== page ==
Religious Freedom Law, Heavily Relied on by Justice Dept. to Fight State Anti-Muslim Actions, May be Ignored by Trump’s Attorney General

Monday, December 19, 2016
ISBR's rendering of proposed mosque (graphic: Patterson Belknap Webb & Tyler)


By Lisa W. Foderaro, New York Times


BERNARDS TOWNSHIP, N.J. — Mohammad Ali Chaudry, a retired financial officer, has lived in this prosperous town for 40 years. It is where he raised his three children and where he served as mayor, and before that, as a member of the school board. It was also where Chaudry, an observant Muslim, always wanted to pray.


But Chaudry and some 70 fellow Muslims have been stymied for years in their quest to build a mosque on a 4-acre plot of land in Basking Ridge, a genteel community here that is as proud of its old oak trees as its old homes. A year ago, after 39 public hearings in which local officials and residents picked apart every aspect of the proposed mosque, the planning board rejected the proposal, citing issues like stormwater management and pedestrian safety in the parking lot.


Now, the federal Justice Department has filed a lawsuit against Bernards Township, arguing that its decision violated federal law and discriminated against the applicants purely because of their Muslim faith. The complaint, filed last month, follows a lawsuit brought by Chaudry’s Islamic Society of Basking Ridge, which has been subjected to anti-Muslim fliers and social media posts and even vandalism.


During the protracted application process, someone stomped on the group’s mailbox and later superimposed “ISIS” over the society’s initials on the mailbox. “This was unprecedented,” said Chaudry, the society’s president, who holds a Ph.D. in economics from Tufts University and teaches a course at Rutgers University on Islam. “No other house of worship in the township’s history had ever been treated the way we were.”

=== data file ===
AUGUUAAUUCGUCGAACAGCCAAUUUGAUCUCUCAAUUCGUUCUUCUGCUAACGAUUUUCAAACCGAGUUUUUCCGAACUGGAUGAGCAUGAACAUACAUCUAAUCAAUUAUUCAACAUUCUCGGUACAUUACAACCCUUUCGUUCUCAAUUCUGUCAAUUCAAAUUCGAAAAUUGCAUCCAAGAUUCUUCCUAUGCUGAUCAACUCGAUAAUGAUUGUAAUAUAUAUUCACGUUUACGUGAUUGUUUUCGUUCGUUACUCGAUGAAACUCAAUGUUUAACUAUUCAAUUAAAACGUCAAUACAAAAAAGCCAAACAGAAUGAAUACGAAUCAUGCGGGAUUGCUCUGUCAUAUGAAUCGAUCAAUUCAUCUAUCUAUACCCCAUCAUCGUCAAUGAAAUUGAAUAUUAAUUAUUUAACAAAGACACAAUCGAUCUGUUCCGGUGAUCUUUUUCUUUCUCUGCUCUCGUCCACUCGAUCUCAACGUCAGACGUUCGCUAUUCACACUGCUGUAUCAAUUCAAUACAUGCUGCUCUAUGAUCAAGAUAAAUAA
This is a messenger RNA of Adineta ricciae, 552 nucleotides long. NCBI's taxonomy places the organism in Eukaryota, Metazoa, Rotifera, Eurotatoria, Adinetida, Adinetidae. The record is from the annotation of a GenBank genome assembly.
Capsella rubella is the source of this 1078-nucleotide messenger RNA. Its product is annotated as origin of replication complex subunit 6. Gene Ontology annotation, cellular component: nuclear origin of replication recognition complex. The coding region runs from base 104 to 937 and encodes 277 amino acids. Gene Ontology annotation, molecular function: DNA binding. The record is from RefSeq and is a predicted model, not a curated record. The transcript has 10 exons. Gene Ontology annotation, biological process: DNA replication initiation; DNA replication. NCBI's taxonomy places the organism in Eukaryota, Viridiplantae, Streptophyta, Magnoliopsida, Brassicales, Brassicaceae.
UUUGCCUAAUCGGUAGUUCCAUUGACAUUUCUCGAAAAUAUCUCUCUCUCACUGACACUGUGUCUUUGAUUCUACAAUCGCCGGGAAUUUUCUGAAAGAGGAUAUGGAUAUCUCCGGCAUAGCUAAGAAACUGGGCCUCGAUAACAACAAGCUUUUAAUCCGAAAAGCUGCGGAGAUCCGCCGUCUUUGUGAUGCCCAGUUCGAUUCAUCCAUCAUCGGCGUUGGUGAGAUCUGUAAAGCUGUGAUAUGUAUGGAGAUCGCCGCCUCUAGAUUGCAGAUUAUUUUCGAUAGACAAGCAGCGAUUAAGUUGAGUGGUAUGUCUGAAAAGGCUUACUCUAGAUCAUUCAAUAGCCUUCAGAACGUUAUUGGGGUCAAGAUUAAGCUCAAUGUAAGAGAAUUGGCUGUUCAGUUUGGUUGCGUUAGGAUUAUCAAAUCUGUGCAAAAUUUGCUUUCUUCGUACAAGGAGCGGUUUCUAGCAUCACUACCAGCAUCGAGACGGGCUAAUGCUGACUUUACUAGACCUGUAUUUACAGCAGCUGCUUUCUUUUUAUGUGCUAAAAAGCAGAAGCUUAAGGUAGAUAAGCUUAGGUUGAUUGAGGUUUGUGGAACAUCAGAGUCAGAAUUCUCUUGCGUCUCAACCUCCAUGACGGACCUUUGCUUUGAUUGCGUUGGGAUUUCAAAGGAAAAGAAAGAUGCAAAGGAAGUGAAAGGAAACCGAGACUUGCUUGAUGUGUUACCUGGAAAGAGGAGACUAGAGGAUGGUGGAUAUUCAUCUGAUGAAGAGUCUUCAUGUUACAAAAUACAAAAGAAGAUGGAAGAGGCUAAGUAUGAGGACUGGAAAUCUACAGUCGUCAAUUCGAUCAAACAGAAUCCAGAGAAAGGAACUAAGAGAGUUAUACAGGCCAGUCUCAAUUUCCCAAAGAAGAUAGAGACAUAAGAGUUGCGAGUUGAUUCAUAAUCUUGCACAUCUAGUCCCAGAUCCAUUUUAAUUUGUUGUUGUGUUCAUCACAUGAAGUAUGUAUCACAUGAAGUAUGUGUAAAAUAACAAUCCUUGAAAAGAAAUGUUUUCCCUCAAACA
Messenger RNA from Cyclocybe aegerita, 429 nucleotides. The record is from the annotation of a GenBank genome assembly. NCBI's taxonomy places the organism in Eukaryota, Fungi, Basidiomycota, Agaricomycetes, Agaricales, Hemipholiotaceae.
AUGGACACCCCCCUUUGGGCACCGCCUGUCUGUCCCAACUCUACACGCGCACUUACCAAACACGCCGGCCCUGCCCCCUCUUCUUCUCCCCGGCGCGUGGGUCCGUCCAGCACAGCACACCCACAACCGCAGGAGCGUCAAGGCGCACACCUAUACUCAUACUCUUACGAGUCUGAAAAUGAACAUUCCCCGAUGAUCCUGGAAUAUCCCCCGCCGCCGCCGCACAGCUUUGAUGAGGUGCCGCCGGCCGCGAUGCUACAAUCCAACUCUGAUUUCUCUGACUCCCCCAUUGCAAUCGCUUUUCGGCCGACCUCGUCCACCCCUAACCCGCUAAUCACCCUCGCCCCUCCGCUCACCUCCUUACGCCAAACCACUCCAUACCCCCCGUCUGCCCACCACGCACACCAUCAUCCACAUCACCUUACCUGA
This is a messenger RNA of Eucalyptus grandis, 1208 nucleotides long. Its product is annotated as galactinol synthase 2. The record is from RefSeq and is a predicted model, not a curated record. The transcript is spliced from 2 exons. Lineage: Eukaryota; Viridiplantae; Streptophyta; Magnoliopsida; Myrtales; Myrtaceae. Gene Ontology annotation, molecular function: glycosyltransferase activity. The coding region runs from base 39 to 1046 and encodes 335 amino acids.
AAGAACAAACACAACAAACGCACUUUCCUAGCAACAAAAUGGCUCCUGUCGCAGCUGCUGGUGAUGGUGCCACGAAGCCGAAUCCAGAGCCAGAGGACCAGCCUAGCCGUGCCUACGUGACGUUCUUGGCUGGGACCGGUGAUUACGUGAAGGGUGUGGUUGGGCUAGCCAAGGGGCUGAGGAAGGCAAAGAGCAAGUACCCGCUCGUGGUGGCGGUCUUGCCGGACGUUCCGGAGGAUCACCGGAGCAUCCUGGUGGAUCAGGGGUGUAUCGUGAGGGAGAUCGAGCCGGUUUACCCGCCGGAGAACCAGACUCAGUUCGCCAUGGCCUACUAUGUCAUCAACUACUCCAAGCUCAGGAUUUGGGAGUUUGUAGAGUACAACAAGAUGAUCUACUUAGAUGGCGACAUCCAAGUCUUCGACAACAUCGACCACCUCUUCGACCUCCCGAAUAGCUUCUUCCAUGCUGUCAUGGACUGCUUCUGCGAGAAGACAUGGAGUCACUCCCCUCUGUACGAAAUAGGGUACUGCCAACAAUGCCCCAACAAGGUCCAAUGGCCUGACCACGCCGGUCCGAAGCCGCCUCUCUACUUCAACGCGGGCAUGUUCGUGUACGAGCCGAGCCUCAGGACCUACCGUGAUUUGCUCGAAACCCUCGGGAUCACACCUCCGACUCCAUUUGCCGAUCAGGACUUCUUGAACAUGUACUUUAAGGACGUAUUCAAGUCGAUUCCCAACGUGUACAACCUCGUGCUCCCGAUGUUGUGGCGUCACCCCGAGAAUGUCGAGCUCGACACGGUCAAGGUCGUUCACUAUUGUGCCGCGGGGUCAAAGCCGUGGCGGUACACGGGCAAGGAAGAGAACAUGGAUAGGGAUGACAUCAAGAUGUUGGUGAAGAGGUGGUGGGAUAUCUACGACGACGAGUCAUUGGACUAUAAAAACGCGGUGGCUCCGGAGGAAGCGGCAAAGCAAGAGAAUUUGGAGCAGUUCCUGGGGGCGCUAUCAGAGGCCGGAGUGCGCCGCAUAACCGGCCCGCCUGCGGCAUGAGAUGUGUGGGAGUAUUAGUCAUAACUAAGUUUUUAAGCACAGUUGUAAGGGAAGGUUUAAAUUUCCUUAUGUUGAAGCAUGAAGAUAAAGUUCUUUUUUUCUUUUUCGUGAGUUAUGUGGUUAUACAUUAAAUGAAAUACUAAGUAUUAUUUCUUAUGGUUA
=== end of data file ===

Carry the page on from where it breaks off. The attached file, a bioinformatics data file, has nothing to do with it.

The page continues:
Across the country, more and more towns have used local zoning laws as barriers to new mosques and Islamic schools, underscoring what civil rights advocates say is a growing wave of intolerance that has been amplified by the victory of President-elect Donald Trump. In response, the federal government has been increasingly turning to the courts, using a law passed unanimously by Congress in 2000 that prohibits municipalities from discriminating against religions in land-use decisions or treating religious groups differently than secular ones.


While the law, with the arcane name Religious Land Use and Institutionalized Persons Act, was intended to protect all religious faiths, 11 of the last 13 cases brought by the Justice Department — including three in the past month — have involved Muslims.


“The law, by its very nature, deals with particularly vulnerable populations,” said Mark Goldfeder, a senior lecturer at Emory University’s School of Law and a senior fellow at the university’s Center for the Study of Law and Religion. “It’s so easy for towns to hide discrimination behind layers of land-use procedure.”


But Muslim advocates and experts on religious freedom worry Trump’s impending inauguration leaves the future of the powerful religious freedom law in doubt. The man the president-elect has nominated to lead the Justice Department, Sen. Jeff Sessions, R-Ala., has endorsed Trump’s call for a temporary ban on immigration from Muslim countries.


As the nation’s chief law enforcement officer, Sessions might be less sympathetic to pursuing investigations involving the rights of Muslims. There are 13 open land-use investigations under the law, though a spokesman for the department declined to say how many of those involved mosques.